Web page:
It does not matter what RULES they use (or how interpretted) - however cunning or clever they think they are.

    What matters is the LAW.

    If they prevent others from using a word (that may be shared with others) then surely Edoardo Fano (WIPO panelist) aided and abetted Kirkbi AG to overreach trademark?
    www.WIPO.org.uk - Not associated with corrupt UN World Intellectual Property Organization (WIPO.org)
    www.SKILFUL.com - Home Page

  8. #8
    Join Date
    Sep 2002
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    Wales (UK)
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    Every registrant agreed to be bound by udrp decisions when they registered/renewed their domain(s). there is always the option to go to court and the udrp decision is over-ruled by that. but the udrp itself is not law. not even slightly. but absent real law - it is binding.
    When using google for counts - use double quotes for usage counts for multiword terms and set "match type" to "exact" for all search volume lookups. Click here for more info

  9. #9
    Join Date
    Jul 2004
    Location
    Haverhill UK
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    141
    I agree and disagree Safesys :-)

    > Every registrant agreed to be bound by udrp decisions when they registered/renewed their domain(s).

    Yes - you have no choice but to accept them.

    Given that UDRP is *demonstrably* used to overreach trademark rights, to take domain from lawful owner, it is clearly an abuse of a dominant position.

    > there is always the option to go to court and the udrp decision is over-ruled by that. but the udrp itself is not law. not even slightly. but absent real law - it is binding.

    UDRP is clearly used as pseudo law.

    "The RULES lead me to violate trademark LAW your honour" - most convincing excuse ;-)

    Sorry - you cannot interpret any RULES to violate the LAW - ask a lawyer.
    www.WIPO.org.uk - Not associated with corrupt UN World Intellectual Property Organization (WIPO.org)
    www.SKILFUL.com - Home Page

  10. #10
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    Sep 2002
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    Thats why the udrp allows either party to defer to a real court of law. If you don't exercise that right, then you've simply agreed to be bound by the decision.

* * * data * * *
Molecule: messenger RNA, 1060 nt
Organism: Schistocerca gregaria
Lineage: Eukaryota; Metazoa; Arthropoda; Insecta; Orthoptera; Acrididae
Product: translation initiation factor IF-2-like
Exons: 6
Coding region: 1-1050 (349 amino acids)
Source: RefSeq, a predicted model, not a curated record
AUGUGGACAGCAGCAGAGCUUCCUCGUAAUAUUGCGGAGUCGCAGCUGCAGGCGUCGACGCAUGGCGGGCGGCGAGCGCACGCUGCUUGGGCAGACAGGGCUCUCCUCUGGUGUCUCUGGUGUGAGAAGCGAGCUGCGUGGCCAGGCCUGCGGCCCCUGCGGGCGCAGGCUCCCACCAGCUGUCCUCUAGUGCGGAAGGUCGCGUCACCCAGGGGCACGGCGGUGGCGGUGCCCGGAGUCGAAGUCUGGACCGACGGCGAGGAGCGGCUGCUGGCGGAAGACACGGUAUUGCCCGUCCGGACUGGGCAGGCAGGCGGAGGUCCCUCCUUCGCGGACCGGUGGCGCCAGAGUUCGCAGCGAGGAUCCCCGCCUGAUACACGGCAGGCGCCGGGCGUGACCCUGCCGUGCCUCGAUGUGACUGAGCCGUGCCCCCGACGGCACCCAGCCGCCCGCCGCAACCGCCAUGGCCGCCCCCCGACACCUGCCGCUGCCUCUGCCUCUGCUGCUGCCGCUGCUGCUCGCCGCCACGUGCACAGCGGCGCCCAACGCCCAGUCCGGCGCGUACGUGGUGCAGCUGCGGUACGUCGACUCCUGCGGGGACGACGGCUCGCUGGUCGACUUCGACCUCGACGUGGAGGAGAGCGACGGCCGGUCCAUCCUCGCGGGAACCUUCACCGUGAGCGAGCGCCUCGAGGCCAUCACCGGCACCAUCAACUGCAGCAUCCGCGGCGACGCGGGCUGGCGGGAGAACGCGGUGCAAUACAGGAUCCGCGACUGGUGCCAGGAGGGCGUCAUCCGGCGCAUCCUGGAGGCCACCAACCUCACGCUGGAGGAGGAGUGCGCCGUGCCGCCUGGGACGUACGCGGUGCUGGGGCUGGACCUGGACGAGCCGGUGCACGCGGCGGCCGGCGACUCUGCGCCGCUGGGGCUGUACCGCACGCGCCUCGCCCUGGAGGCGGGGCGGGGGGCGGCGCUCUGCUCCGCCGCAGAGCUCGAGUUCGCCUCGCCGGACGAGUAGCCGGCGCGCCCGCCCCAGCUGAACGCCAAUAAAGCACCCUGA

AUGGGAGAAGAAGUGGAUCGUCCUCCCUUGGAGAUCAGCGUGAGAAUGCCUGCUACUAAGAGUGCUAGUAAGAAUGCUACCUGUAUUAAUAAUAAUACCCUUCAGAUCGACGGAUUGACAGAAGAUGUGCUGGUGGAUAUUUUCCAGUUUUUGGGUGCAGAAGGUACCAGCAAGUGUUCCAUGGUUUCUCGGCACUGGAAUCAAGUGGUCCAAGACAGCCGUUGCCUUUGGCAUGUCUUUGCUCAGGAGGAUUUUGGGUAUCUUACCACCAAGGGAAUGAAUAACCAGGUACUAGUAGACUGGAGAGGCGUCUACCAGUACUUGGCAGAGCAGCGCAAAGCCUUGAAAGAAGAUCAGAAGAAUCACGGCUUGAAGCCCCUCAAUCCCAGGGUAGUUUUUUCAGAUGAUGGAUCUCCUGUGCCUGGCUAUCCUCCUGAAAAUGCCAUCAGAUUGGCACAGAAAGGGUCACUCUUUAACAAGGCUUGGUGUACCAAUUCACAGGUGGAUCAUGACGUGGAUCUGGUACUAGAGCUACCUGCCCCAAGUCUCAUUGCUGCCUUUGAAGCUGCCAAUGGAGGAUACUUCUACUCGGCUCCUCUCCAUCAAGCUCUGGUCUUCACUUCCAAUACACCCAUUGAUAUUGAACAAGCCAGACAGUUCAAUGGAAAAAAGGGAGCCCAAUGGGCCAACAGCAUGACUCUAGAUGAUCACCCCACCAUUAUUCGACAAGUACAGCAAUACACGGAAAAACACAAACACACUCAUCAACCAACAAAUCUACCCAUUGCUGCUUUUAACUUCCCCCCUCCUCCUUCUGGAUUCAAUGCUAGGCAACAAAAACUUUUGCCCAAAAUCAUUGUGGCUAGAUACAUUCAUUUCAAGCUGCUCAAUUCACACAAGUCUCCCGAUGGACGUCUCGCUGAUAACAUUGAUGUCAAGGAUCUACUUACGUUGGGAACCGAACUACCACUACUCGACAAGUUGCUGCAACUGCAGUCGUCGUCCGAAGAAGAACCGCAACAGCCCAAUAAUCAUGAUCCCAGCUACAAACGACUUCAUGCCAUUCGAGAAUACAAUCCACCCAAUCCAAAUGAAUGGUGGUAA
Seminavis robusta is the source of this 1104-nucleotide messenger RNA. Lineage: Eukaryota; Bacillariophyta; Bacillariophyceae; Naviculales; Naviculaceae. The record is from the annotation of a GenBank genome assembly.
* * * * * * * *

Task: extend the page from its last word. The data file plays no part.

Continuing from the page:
If you use the courts, then the udrp decision *should* be meaningless - the same as if the udrp didn't exist.
    When using google for counts - use double quotes for usage counts for multiword terms and set "match type" to "exact" for all search volume lookups. Click here for more info

  11. #11
    Join Date
    Mar 2003
    Location
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    it is interesting though that UDRP decided how the domain *would* be used without it actually being used. This whole decision is scary.

  12. #12
    Join Date
    Sep 2002
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    not the first time they've done that - look at the garthbrooks.com decision for example.
    When using google for counts - use double quotes for usage counts for multiword terms and set "match type" to "exact" for all search volume lookups. Click here for more info

  13. #13
    Join Date
    Jul 2004
    Location
    Haverhill UK
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    > Thats why the udrp allows either party to defer to a real court of law. If you don't exercise that right, then you've simply agreed to be bound by the decision.

    Sorry - that is simply avoiding the real issue - UDRP is being used to violate trademark law.

    The only redress for the original owner of legos.com domain - is to get involved in costly legal court battle - something that should not take place had WIPO not violated trademark law.